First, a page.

17 July 2008 Edition

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Meath VEC feels pain of public spending cutbacks

Joe Reilly

Joe Reilly

THE vocational education system in County Meath is facing a major  financial crisis as the latest Government cutbacks threaten to slash €3 million from its budget for teachers’ pay.
The VEC, with 4,000 students in six colleges throughout the county, is also facing a €600,000 reduction in its block grant of €1.8 million. As part of Government cutback since the downturn in the economy and a huge revenue shortfall, VECs throughout the country have been told they will have to take a three per cent reduction in their allocations in the 2008-09 school year.
Meath VEC members were told of the devastating cuts at a meeting on Monday. The Meath system was expected to be granted an allocation of €25 million. However, the allocation is just over €22 million. VEC sources said that the cut in the allocation would mean that teachers could only be paid for 10 months of the school year.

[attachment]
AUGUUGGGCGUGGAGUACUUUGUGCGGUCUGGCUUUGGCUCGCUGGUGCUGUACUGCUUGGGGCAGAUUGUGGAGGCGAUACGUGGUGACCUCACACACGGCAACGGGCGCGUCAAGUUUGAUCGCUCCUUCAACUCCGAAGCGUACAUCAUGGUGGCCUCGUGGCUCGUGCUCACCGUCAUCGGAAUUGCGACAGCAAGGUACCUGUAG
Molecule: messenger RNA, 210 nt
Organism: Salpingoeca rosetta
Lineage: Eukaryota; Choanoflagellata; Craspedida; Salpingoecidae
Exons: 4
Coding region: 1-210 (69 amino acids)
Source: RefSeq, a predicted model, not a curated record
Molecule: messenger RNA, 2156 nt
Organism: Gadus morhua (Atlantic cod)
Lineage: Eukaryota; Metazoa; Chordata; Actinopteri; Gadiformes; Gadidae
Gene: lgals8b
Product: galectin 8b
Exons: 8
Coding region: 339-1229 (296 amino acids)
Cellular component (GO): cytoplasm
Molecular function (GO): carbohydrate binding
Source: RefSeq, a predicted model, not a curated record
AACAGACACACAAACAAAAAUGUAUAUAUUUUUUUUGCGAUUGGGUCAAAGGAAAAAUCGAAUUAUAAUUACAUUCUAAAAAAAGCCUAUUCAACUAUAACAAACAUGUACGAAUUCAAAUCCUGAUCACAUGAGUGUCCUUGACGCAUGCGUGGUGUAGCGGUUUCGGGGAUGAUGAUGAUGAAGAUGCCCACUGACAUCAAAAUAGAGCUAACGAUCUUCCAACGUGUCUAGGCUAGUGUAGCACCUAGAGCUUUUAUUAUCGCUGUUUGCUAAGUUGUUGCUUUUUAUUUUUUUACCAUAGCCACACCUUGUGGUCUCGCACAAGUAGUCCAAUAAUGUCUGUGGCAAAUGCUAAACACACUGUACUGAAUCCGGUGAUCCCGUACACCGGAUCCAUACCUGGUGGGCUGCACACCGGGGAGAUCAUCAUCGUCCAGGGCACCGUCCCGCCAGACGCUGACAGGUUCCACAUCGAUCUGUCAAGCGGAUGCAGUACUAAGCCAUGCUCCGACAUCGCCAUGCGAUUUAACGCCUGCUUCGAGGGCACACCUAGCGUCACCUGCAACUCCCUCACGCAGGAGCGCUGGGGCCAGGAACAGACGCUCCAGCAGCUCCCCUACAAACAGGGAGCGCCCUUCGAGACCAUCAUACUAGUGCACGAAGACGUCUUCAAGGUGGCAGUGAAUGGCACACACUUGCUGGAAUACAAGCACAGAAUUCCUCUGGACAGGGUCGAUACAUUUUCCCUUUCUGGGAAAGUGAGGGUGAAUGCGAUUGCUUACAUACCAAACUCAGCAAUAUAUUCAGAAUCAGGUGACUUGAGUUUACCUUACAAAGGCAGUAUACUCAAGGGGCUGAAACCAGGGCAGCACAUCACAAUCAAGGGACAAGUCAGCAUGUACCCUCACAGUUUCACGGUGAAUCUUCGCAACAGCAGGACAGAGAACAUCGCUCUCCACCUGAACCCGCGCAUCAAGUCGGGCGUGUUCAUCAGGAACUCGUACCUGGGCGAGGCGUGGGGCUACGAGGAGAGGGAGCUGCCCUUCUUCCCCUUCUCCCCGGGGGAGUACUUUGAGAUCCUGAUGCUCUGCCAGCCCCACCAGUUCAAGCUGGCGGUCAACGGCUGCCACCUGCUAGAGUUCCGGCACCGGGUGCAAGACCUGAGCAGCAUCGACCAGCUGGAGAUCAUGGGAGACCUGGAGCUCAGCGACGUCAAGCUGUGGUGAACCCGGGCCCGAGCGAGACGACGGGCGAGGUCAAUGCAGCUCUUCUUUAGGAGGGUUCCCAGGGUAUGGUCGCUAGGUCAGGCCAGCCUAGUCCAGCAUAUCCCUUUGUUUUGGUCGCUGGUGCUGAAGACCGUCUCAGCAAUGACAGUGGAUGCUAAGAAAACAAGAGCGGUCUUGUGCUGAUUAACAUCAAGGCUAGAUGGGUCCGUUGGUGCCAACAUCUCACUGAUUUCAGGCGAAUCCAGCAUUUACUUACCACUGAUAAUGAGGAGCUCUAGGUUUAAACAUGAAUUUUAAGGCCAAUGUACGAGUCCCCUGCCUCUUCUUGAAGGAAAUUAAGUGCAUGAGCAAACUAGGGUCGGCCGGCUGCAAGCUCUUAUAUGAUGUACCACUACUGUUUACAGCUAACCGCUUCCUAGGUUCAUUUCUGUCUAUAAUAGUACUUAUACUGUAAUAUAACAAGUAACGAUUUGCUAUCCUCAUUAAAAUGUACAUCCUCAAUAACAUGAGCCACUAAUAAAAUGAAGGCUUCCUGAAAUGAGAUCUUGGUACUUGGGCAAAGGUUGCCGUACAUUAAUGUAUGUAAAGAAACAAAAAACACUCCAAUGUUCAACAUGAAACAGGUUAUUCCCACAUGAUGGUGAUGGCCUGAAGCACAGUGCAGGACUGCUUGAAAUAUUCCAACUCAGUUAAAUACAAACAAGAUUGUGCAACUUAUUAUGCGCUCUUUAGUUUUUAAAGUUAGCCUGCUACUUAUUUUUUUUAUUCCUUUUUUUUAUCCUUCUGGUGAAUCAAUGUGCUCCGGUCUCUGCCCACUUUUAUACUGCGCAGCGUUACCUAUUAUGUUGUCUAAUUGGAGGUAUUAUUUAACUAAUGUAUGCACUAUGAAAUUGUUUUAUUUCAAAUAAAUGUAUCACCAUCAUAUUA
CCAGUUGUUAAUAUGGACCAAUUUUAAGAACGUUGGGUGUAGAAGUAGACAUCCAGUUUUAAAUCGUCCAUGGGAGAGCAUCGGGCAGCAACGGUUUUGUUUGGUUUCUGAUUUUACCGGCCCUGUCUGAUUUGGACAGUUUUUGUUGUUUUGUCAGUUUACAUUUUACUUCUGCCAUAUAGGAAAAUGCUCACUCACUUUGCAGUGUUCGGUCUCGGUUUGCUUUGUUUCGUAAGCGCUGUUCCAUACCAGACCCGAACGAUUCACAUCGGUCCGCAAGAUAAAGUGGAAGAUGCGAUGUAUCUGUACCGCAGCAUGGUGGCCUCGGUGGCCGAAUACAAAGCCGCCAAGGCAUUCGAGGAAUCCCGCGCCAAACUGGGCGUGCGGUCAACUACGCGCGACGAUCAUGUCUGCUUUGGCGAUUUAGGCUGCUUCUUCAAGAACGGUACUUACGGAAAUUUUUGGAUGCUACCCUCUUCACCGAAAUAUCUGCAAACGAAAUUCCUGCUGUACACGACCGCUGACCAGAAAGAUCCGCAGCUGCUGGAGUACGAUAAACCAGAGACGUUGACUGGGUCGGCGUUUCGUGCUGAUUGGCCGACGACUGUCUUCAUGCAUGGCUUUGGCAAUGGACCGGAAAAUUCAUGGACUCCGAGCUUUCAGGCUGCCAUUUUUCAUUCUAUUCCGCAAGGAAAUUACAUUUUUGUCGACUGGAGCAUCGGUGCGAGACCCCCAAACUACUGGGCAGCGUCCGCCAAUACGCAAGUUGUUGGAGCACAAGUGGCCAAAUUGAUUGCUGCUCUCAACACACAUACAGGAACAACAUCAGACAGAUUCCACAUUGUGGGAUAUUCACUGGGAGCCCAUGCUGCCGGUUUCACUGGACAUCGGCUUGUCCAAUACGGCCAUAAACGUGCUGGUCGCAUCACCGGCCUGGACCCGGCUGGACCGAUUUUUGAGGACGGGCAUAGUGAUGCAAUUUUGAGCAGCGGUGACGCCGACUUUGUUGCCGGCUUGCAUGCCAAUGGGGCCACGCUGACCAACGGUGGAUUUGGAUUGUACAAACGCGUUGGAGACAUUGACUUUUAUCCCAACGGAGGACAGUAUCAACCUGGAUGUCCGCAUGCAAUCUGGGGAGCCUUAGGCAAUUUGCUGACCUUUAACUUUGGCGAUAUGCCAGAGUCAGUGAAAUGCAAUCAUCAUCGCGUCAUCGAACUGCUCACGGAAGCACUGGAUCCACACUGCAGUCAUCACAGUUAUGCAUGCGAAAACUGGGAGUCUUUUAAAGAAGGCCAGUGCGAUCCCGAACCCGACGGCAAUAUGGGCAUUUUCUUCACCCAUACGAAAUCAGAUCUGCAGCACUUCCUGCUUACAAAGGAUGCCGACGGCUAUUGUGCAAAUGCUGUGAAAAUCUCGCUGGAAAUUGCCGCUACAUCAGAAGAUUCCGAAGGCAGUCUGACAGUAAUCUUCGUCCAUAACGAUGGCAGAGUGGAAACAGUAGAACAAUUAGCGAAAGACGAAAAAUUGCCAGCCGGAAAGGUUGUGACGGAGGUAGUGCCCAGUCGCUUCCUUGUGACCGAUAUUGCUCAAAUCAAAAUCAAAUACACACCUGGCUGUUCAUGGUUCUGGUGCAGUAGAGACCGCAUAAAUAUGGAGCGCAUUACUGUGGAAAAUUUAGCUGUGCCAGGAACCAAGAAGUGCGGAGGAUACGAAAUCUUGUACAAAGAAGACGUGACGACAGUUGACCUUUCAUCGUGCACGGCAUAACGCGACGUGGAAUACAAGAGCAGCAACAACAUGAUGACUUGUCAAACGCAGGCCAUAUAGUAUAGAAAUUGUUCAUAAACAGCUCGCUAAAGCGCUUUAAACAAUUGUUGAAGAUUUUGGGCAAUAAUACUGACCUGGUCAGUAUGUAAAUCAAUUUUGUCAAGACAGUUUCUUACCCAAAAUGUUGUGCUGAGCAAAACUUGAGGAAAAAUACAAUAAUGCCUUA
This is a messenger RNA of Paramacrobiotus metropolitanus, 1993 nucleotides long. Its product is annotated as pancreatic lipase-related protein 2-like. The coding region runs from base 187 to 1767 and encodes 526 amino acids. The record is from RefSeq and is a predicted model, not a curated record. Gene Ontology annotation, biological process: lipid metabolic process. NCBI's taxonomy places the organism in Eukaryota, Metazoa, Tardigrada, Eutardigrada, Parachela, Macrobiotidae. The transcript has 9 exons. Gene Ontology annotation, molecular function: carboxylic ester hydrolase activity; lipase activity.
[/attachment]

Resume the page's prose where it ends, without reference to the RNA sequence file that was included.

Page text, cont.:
Sinn Féin Councillor Joe Reilly, a member of Meath VEC, described the situation as “a crisis” and called on the Government to “reverse this crazy policy of cutbacks in the education system”.
VEC members are seeking to appeal the decision to the Department of Education and Science on the basis that Meath is in the Dublin commuter belt and that student numbers in the vocational sector in Meath have been growing.
Joe Reilly said that any cutback in financial allocation would put the VEC into an impossible situation.
“The cut of €3 million would leave us in a situation where teachers could only be paid for 10 months of the school year. There is no way you can make savings on teachers’ pay, that is an impossibility. Irish people place a high premium on education and rightly so, and they will find it unacceptable that there should be cutbacks in what is a vital area,” he said.
He added that all of the schools in the VEC system in Meath – Dunshaughlin, Dunboyne, Ratoath, Navan, Oldcastle and Nobber – had experienced increases in student numbers.
“The figures speak for themselves – an increase in numbers of 500 in two years. We need teachers to service that system and any possibility of cutting back in staffing would be totally out of the question,” he added.

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